This image is part of the ‘Ojos’ bi-weekly series. Ojos is a photo-letter that honors people, their merits, the environment and connects our human experience to community with the use of a camera—here in the Bay Area.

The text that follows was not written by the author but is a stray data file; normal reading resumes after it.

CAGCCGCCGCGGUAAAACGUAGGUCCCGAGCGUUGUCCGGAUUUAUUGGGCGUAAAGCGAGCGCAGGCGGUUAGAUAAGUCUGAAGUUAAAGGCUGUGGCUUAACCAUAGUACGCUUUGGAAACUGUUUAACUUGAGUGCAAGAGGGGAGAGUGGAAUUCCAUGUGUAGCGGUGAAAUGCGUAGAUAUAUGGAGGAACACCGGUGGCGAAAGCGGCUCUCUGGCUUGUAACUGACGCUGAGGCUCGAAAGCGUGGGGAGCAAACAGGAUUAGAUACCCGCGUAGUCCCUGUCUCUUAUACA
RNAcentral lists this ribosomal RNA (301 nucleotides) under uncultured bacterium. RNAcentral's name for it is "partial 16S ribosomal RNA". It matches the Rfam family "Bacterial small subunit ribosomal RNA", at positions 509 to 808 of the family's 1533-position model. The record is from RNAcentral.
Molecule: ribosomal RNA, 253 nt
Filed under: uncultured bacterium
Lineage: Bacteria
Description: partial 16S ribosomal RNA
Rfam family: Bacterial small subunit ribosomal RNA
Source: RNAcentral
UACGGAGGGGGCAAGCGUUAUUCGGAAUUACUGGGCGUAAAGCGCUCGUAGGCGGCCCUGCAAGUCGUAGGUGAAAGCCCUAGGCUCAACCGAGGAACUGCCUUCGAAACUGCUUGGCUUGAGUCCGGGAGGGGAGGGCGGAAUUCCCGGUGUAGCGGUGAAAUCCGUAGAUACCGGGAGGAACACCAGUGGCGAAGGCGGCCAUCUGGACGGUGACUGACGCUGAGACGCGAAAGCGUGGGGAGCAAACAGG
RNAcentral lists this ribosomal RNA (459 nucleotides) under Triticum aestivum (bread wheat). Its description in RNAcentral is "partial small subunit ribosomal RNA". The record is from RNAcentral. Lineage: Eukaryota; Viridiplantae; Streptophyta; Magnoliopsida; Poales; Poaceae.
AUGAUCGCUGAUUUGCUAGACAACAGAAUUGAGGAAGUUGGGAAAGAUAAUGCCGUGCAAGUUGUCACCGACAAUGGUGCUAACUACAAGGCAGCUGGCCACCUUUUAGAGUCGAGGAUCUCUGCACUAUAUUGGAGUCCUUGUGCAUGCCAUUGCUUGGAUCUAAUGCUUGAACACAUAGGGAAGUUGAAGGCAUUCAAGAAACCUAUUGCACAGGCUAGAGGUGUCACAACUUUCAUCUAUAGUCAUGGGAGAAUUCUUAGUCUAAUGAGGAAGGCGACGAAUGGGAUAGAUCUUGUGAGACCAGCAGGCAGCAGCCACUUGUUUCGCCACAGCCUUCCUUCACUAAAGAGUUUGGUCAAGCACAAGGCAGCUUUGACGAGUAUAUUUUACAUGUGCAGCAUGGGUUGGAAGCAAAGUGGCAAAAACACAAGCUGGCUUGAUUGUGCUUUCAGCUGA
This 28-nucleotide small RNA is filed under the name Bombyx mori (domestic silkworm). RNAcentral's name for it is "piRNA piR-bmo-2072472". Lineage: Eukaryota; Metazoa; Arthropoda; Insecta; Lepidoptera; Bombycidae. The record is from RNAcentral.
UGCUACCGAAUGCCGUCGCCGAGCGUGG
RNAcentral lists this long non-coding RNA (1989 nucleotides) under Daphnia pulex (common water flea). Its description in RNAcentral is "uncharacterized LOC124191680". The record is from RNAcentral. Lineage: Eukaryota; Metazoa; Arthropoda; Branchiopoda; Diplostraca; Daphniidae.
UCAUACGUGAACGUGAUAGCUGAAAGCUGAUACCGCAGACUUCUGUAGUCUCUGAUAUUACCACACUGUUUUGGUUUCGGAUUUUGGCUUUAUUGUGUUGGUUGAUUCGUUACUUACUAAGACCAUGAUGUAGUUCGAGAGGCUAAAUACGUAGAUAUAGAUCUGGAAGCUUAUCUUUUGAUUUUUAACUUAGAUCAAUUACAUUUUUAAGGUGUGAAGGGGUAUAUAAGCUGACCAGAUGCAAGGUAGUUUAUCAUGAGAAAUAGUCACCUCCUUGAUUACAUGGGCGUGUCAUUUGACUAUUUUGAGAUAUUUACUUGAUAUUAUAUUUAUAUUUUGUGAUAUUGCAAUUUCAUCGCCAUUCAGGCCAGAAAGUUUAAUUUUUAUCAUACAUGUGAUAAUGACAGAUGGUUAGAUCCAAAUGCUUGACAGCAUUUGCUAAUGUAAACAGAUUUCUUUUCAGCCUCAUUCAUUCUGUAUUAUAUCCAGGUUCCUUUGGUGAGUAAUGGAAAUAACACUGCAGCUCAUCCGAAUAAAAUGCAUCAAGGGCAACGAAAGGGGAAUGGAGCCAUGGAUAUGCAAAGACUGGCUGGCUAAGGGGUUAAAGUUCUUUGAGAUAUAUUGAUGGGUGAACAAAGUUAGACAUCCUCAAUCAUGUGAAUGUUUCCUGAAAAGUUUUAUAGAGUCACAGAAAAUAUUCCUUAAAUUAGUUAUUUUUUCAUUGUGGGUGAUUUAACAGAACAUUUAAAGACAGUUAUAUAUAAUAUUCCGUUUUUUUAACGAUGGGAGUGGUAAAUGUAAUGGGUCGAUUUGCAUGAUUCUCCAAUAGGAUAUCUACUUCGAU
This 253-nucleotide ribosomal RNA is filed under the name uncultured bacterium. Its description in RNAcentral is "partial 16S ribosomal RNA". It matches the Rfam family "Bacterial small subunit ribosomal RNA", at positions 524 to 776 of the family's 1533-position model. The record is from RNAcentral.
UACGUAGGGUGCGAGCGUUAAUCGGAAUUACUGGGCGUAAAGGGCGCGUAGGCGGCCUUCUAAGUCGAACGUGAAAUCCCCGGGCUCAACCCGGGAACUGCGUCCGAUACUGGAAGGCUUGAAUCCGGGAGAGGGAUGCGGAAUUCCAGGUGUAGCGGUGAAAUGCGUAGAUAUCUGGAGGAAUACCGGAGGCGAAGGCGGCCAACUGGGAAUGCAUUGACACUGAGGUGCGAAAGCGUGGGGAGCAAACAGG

“It’s not true that we only come here to sell drugs — anything but,” Carlos said underneath the patch of shade on the sidewalk of Calle 24 in the Mission District. Carlos is a Honduran man who moved to the Bay Area less than one year ago. His shirt immediately caught my attention, beaming into the street, depicting two flags exemplifying a much larger and compelling tale about Latin American nations — it’s people who seek a better life, and the United States, where anti-immigration policies have often coincided with polarizing and news articles with stereotypical rhetoric. Many Latin Americans, like Carlos, embark on the treacherous trek to the U.S. with impenetrable hope, resilience, and ambition to work out of necessity. “My hope is to earn enough money to save, and to go back home to support my family — I know a lot of us didn’t come here to sell drugs, we came here because the economy back home forced us to seek something better.”